Prostate Cancer Screening: Four Things You Need to Know

 

Prostate cancer is a disease that affects about one in six men, so early detection is essential. Screening helps in detecting cancer early on, when treatment will be most effective. However, there a few things you should know about prostate cancer screening:

1. There are two types

· Prostate-Specific Antigen (PSA): A PSA test is done through a blood test. PSA is a substance produced by the prostate, and high levels in the blood could indicate prostate cancer.

· Digital Rectal Exam (DRE): During a DRE, a doctor will examine the prostate through the rectum. Any abnormal texture, shape of change in size of the gland could be an indication of prostate cancer.

2. You should begin getting screened by age 40 to 50

Although the age at which prostate cancer can develop varies, it is most commonly found in men age 40 and older. Sometimes the screenings are recommended for men outside of this age group who are at greater risk for developing the cancer.

3. Know what medications you are on

A PSA test may show increased levels in the bloodstream because of something other than prostate cancer. Certain medications and even supplements can increase the level of PSA in the bloodstream, thus causing a positive test.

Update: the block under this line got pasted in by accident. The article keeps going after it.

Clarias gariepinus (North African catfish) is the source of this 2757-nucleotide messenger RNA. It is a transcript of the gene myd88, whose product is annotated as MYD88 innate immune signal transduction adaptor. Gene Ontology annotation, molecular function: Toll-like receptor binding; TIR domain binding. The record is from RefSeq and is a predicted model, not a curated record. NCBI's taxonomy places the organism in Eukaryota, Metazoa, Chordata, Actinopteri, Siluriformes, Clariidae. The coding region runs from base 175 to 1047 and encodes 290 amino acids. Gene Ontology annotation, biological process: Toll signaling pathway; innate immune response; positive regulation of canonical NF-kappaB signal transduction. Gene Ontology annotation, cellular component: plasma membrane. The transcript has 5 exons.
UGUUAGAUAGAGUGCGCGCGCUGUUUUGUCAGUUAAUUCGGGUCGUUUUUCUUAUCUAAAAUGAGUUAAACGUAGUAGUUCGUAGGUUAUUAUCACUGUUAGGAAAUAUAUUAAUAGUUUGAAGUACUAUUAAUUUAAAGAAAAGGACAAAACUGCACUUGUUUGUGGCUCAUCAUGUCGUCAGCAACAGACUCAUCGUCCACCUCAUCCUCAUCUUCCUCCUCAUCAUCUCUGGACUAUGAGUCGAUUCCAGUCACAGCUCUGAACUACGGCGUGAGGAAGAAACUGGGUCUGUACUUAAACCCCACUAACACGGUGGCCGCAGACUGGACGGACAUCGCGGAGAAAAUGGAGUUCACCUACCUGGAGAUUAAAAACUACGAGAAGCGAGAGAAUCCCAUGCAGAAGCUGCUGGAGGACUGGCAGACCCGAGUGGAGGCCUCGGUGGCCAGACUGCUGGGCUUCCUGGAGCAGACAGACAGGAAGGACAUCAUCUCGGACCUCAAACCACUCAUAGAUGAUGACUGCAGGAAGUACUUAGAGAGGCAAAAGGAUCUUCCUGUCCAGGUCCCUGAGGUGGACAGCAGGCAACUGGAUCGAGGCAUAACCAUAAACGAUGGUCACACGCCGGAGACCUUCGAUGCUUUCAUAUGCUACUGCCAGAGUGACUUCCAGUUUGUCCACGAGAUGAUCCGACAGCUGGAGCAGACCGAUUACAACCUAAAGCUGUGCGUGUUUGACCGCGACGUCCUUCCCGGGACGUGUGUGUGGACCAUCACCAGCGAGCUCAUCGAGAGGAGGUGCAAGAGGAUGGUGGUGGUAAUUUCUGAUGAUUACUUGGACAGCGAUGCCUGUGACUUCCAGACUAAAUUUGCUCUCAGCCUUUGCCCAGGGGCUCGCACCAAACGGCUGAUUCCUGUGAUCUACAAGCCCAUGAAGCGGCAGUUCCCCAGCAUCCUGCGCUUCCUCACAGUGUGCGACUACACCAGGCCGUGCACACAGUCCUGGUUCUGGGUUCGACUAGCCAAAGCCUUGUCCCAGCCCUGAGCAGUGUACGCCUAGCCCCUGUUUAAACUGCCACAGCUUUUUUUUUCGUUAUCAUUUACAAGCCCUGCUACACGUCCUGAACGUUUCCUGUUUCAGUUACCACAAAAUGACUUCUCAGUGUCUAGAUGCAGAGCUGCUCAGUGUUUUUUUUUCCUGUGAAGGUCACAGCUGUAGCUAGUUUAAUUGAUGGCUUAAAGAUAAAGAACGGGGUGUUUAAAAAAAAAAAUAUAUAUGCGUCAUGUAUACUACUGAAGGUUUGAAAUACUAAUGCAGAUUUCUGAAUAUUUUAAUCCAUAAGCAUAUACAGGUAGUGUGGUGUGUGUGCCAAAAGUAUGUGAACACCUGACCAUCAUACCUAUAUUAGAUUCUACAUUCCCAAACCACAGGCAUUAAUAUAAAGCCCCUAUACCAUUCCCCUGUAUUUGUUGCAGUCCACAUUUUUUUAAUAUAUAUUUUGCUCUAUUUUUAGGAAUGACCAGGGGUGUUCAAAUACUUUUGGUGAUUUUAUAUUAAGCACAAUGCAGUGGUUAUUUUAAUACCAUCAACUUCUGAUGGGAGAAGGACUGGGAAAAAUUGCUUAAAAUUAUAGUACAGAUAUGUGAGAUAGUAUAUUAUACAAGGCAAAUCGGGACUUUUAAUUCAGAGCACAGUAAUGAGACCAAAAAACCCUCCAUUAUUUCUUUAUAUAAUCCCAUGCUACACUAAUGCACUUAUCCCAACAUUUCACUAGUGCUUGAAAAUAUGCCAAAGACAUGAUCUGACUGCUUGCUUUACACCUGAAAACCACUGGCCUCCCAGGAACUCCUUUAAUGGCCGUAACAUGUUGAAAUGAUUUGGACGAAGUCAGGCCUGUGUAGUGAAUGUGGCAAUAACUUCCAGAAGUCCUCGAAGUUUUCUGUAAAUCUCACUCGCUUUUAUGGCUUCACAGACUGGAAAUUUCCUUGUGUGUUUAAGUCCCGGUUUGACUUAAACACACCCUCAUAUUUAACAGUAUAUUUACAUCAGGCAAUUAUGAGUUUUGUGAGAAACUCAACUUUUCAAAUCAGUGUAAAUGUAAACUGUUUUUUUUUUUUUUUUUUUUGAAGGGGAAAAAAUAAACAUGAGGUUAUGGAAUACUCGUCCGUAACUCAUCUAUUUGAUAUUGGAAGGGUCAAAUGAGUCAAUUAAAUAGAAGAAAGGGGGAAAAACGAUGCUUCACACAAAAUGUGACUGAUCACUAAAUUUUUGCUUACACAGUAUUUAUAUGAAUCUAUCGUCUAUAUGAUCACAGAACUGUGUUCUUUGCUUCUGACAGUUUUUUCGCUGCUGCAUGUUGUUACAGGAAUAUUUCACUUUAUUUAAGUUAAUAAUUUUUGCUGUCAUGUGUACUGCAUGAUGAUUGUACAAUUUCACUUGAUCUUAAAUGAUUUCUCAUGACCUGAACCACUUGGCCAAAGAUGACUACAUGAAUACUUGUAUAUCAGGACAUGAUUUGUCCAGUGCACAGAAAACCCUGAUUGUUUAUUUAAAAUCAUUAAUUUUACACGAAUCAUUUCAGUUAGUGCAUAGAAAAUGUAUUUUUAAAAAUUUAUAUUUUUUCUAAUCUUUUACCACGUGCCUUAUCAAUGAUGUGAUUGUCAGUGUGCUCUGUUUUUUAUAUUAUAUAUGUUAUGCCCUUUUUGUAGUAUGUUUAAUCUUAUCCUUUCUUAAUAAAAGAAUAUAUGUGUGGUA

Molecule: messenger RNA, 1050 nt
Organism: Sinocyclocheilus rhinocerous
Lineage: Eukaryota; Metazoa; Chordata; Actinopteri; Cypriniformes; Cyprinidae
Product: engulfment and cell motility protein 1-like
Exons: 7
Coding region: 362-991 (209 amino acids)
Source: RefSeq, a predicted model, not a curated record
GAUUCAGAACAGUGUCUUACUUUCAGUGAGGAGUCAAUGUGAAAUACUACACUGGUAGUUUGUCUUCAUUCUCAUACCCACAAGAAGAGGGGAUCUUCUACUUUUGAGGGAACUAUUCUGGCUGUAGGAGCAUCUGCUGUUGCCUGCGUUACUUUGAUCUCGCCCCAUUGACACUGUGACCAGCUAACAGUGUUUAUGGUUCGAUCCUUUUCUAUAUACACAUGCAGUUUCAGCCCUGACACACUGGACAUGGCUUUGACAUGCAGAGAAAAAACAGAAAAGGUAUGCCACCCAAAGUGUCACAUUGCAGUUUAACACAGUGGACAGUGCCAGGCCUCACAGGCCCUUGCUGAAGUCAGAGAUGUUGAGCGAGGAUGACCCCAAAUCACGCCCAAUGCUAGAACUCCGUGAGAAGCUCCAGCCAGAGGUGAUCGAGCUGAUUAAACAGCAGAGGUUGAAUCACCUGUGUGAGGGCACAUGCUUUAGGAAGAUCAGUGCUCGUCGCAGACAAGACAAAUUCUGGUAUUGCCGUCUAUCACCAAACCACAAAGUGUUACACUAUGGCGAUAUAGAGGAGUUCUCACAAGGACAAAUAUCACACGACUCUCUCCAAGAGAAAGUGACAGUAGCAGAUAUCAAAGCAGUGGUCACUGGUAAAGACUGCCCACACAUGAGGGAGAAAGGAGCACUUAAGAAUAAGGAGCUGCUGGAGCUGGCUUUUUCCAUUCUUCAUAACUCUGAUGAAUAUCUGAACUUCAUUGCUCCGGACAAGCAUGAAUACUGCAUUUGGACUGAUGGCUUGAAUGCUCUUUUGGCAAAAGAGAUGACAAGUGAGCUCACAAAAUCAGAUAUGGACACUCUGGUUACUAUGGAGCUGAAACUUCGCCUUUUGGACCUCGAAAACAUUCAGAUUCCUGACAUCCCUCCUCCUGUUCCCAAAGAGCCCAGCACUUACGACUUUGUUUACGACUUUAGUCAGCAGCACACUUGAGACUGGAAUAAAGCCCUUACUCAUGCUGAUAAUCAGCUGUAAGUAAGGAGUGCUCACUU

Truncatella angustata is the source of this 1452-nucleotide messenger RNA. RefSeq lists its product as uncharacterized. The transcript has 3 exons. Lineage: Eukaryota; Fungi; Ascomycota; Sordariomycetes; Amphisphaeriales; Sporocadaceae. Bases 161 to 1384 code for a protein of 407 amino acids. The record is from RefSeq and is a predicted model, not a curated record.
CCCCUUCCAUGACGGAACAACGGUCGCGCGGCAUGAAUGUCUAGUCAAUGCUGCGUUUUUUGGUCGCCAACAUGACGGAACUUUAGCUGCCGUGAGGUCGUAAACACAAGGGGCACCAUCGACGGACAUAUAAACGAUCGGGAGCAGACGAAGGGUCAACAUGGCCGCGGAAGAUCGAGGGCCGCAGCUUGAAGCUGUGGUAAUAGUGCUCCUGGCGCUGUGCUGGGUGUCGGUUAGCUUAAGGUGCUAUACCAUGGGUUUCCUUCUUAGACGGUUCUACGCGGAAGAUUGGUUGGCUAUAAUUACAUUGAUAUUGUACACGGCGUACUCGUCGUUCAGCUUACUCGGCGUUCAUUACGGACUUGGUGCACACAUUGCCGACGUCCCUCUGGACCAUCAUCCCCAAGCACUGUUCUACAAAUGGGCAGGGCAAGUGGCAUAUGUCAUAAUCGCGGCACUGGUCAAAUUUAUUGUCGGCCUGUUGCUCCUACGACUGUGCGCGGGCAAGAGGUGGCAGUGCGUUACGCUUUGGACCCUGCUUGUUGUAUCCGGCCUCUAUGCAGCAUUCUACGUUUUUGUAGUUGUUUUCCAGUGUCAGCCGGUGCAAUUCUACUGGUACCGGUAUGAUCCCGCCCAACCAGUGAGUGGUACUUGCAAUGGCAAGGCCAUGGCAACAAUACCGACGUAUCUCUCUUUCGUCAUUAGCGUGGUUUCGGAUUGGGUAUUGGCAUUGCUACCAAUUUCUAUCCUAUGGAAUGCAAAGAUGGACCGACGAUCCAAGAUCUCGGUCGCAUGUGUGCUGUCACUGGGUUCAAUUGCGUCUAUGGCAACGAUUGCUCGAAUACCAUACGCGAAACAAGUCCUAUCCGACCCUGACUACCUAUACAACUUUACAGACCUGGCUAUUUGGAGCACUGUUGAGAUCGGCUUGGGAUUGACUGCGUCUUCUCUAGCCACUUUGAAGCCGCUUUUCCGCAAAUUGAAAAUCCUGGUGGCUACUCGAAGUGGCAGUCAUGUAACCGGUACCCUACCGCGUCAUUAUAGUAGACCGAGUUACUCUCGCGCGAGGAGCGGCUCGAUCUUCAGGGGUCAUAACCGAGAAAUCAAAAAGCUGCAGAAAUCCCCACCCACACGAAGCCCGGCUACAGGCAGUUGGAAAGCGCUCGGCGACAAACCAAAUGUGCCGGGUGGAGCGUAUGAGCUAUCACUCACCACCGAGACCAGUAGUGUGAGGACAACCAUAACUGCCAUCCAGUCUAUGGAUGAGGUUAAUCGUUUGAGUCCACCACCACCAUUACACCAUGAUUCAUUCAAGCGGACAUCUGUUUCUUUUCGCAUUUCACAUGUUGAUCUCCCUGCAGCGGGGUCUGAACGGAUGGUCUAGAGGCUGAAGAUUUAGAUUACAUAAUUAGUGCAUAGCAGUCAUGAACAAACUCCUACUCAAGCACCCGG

4. A screening can be false

Because certain medications or an enlarged or inflamed prostate may increase the levels of PSA in the bloodstream, a test can show positive results when an individual does not actually have prostate cancer. In instances where prostate cancer is suspected, an ultrasound or biopsy can determine if the diagnosis is accurate.

Here at Regional Medical Center Bayonet Point, we know the importance of catching cancer early on. If you would like more information on cancer screening or have other cancer-related questions, contact us today. Visit us online or call our free Consult-A-Nurse® service at 1-888-741-5119 for health information and physician referrals.

Sources:
Prostate Cancer (American Cancer Society)
Prostate cancer screening: Should you get a PSA test? (Mayo Clinic)

Related Posts:
Health Tips for Men
Avoiding Prostate Cancer

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